How do viruses mutate and jump species? And why are 'spillovers' becoming more common?
Viruses are little more than parasitic fragments of RNA or DNA. Despite this, they are astonishingly abundant in number and genetic diversity. We don't know how many virus species there are, but there could be trillions.
Past viral epidemics have influenced the evolution of all life. In fact, about 8% of the human genome consists of retrovirus fragments. These genetic "fossils" are leftover from viral epidemics our ancestors survived.
COVID-19 reminds us of the devastating impact viruses can have, not only on humans, but also animals and crops. Now for the first time, the disease has been confirmed in a tiger at New York's Bronx Zoo, believed to have been infected by an employee. Six other tigers and lions were also reported as "showing symptoms".
According to the BBC, conservation experts think COVID-19 could also threaten animals such as wild gorillas, chimps and orangutans.
While virologists are intensely interested in how viruses mutate and transmit between species—and understand this process to an extent—many gaps in knowledge remain.
Skilled in their craft
Most viruses are specialists. They establish long associations with preferred host species. In these relationships, the virus may not induce disease symptoms. In fact, the virus and host may benefit each other in symbiosis.
Occasionally, viruses will "emerge" or "spillover" from their original host to a new host. When this happens, the risk of disease increases. Most infectious diseases that affect humans and our food supply are the result of spillovers from wild organisms.
The new coronavirus (SARS-CoV-2) that emerged from Wuhan in November isn't actually "new". The virus evolved over a long period, probably millions of years, in other species where it still exists. We know the virus has close relatives in Chinese rufous horseshoe bats, intermediate horseshoe bats, and pangolins - which are considered a delicacy in China.
Past coronaviruses, including the severe acute respiratory syndrome coronavirus (SARS-CoV), have jumped from bats to humans via an intermediary mammal. Some experts propose Malayan pangolins provided SARS-CoV-2 this link.
Although the original host of the SARS-CoV-2 virus hasn't been identified, we needn't be surprised if the creature appears perfectly healthy. Many other coronaviruses exist naturally in wild mammal and bird populations around the world.
Where do they keep coming from?
Human activity drives the emergence of new pathogenic (disease-causing) viruses. As we push back the boundaries of the last wild places on Earth—felling the bush for farms and plantations—viruses from wildlife interact with crops, farm animals and people.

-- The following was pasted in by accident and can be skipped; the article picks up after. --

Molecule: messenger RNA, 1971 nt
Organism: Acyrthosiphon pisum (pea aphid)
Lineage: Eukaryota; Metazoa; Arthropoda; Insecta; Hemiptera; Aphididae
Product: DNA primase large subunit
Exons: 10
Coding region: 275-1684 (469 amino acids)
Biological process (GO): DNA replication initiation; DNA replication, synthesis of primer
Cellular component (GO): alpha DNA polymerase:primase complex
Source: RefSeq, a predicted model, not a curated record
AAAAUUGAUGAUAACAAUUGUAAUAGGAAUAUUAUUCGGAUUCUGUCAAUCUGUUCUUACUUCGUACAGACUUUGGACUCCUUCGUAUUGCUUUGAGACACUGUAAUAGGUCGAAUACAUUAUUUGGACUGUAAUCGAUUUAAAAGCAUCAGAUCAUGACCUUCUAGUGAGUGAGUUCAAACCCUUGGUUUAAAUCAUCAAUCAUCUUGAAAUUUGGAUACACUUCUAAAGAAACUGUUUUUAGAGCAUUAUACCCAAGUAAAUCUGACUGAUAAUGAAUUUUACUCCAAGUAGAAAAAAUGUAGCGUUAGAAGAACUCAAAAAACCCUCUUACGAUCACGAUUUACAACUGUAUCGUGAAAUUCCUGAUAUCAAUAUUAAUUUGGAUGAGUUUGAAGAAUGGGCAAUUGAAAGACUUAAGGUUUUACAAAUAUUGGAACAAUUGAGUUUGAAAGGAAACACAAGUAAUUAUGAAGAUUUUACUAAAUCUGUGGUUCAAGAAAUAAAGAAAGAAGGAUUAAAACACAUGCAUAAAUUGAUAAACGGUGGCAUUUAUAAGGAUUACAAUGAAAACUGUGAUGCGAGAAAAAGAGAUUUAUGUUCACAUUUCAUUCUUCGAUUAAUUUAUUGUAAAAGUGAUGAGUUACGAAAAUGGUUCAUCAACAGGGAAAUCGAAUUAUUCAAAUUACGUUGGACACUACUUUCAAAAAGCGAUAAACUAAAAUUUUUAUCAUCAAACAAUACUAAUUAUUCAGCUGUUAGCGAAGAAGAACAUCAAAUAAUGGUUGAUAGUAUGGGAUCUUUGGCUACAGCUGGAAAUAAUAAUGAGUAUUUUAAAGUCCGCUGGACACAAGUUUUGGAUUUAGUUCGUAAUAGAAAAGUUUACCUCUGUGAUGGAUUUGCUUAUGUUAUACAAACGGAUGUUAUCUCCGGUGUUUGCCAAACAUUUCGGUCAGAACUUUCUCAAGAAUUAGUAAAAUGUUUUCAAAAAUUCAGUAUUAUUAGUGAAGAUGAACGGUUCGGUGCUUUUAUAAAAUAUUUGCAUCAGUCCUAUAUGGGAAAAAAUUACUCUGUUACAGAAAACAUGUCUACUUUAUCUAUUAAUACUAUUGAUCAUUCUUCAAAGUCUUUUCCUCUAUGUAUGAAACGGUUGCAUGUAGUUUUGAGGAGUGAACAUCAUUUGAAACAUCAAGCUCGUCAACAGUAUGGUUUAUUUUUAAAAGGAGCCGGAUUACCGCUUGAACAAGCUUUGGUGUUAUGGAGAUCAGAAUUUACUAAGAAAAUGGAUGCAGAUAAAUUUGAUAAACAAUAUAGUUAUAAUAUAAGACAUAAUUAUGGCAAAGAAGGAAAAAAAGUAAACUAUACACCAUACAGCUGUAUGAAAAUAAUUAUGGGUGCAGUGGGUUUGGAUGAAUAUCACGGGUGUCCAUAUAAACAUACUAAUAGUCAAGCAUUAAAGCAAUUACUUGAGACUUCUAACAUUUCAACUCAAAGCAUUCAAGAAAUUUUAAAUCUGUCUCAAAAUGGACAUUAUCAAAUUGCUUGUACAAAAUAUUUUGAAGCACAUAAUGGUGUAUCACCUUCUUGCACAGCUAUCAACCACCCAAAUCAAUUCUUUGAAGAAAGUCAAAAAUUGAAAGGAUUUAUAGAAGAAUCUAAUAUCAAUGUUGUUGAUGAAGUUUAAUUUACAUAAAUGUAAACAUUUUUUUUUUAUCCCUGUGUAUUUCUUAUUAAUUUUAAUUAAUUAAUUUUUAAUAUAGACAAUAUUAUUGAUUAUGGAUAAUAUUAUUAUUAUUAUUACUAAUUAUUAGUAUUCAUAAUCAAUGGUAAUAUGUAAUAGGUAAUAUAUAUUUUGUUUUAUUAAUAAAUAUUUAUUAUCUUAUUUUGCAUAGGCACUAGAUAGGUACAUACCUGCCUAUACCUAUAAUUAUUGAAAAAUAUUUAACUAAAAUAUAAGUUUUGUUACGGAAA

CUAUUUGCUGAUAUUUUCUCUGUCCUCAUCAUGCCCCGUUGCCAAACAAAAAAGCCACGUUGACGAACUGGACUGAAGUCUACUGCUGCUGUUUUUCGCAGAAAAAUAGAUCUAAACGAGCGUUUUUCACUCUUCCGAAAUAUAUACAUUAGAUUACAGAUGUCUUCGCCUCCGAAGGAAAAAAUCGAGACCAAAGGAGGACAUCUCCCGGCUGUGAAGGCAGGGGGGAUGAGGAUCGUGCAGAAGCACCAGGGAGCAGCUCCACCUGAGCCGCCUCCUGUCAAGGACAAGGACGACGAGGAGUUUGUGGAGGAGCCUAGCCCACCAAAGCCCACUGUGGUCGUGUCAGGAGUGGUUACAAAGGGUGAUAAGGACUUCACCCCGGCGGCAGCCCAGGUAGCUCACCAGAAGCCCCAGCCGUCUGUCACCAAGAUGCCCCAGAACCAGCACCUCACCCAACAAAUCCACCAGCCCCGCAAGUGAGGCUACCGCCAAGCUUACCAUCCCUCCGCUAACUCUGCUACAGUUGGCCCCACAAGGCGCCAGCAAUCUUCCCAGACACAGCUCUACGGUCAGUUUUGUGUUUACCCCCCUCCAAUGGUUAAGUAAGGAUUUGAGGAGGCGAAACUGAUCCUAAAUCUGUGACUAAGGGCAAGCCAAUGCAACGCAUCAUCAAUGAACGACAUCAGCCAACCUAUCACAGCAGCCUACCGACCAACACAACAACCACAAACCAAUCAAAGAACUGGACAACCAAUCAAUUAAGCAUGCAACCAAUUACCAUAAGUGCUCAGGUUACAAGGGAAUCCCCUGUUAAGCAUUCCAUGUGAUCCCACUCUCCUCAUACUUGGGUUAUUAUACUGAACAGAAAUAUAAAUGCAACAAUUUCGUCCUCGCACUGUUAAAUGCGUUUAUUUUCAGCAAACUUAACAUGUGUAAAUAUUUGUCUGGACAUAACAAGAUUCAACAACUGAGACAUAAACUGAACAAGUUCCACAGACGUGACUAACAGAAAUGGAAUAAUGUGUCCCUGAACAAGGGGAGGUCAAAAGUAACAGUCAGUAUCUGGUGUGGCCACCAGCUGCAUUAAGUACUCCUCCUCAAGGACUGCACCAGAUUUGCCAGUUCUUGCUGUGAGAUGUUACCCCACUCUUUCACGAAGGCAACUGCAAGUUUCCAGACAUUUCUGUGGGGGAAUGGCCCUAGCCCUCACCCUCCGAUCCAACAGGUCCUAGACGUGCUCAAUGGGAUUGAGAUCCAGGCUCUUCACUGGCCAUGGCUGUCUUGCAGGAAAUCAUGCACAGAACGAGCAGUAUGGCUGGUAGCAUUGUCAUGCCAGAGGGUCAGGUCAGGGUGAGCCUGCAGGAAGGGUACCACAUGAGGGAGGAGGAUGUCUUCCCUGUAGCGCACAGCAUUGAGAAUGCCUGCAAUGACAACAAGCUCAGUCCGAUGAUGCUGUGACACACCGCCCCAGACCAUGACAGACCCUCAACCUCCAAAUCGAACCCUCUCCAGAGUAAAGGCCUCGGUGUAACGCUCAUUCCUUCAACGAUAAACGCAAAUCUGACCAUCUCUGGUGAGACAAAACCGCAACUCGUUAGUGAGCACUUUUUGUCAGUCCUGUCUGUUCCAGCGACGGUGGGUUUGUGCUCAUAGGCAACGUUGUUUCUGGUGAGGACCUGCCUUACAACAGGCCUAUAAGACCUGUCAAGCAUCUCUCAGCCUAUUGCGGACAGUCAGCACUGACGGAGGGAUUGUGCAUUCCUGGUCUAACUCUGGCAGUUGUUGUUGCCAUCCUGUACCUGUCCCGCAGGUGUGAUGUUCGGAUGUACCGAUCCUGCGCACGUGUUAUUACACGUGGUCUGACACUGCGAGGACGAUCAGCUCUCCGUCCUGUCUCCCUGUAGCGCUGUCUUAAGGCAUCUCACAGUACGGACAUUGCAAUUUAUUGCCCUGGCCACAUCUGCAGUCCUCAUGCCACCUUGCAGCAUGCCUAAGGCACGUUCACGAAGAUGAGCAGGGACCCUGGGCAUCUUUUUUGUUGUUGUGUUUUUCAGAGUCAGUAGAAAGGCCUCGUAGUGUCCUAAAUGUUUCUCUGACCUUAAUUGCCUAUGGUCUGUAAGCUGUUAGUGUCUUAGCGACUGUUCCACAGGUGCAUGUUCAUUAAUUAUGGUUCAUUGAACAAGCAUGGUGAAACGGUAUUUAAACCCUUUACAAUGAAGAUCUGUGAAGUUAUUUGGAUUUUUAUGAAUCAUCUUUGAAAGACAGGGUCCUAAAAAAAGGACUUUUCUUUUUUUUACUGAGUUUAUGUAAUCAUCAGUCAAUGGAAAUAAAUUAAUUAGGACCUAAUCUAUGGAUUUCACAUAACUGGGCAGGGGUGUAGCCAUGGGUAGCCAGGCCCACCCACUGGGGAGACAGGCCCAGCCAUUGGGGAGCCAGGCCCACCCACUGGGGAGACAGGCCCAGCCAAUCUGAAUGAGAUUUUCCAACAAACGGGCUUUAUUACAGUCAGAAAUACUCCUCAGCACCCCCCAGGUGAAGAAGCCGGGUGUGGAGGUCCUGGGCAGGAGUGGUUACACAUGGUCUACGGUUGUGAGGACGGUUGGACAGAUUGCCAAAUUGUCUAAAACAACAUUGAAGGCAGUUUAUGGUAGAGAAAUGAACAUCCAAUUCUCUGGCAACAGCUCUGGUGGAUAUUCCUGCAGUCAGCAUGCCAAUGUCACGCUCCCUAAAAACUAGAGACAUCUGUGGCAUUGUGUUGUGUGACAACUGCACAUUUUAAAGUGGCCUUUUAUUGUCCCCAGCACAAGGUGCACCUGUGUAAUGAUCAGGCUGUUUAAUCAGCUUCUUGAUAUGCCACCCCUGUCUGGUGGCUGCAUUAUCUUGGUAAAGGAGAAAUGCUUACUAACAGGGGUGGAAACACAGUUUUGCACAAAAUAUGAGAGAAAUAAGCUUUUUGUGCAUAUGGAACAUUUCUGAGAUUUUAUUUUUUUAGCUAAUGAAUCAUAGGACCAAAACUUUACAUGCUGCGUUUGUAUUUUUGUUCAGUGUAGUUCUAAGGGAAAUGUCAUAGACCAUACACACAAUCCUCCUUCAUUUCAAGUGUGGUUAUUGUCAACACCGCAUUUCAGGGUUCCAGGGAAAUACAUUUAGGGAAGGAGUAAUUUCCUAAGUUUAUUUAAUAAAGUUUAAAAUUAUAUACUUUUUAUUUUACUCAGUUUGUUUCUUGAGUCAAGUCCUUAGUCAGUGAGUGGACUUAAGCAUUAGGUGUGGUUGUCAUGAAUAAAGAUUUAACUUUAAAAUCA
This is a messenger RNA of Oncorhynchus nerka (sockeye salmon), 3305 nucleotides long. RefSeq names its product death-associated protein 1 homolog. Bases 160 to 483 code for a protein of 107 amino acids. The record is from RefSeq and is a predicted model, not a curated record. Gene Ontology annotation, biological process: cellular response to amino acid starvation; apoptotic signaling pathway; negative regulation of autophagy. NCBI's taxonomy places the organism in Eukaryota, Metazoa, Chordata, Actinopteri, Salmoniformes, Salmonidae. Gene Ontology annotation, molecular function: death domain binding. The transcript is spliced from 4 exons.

Species that evolved separately are now mixing. Global markets allow the free trade of live animals (including their eggs, semen and meat), vegetables, flowers, bulbs and seeds – and viruses come along for the ride.
Humans are also warming the climate. This allows certain species to expand their geographical range into zones that were previously too cold to inhabit. As a result, many viruses are meeting new hosts for the first time.
How do they make the jump?
Virus spillover is a complex process and not fully understood. In nature, most viruses are confined to particular hosts because of specific protein "lock and key" interactions. These are needed for successful replication, movement within the host, and transmission between hosts.
For a virus to infect a new host, some or all protein "keys" may need to be modified. These modifications, called "mutations", can occur within the old host, the new one, or both.
For instance, a virus can jump from host A to host B, but it won't replicate well or transmit between individuals unless multiple protein keys mutate either simultaneously, or consecutively. The low probability of this happening makes spillovers uncommon.
To better understand how spillovers occur, imagine a virus is a short story printed on a piece of paper. The story describes:
- how to live in a specific cell type, inside a specific host
- how to move to the cell next door
- how to transmit to a new individual of the same species.
The short story also has instructions on how to make a virus photocopying machine. This machine, an enzyme called a polymerase, is supposed to churn out endless identical copies of the story. However, the polymerase occasionally makes mistakes.
It may miss a word, or add a new word or phrase to the story, subtly changing it. These changed virus stories are called "mutants". Very occasionally, a mutant story will describe how the virus can live inside a totally new host species. If the mutant and this new host meet, a spillover can happen.
We can't predict virus spillovers to humans, so developing vaccines preemptively isn't an option. There has been ongoing discussions of a "universal flu vaccine" which would provide immunity against all influenza virus mutants. But so far this hasn't been possible.
Let wildlife be wildlife
Despite how many viruses exist, relatively few threaten us, and the plants and animals we rely on.
Nonetheless, some creatures are especially dangerous on this front. For instance, coronaviruses, Ebola and Marburg viruses, Hendra and Nipah viruses, rabies-like lyssaviruses, and mumps/measles-like paramyxoviruses all originate from bats.
Given the enormous number of viruses that exist, and our willingness to provide them global transport, future spillovers are inevitable. We can reduce the chances of this by practising better virus surveillance in hospitals and on farms.
We should also recognise wildlife, not only for its intrinsic value, but as a potential source of disease-causing viruses. So let's maintain a "social distance" and leave wildlife in the wild.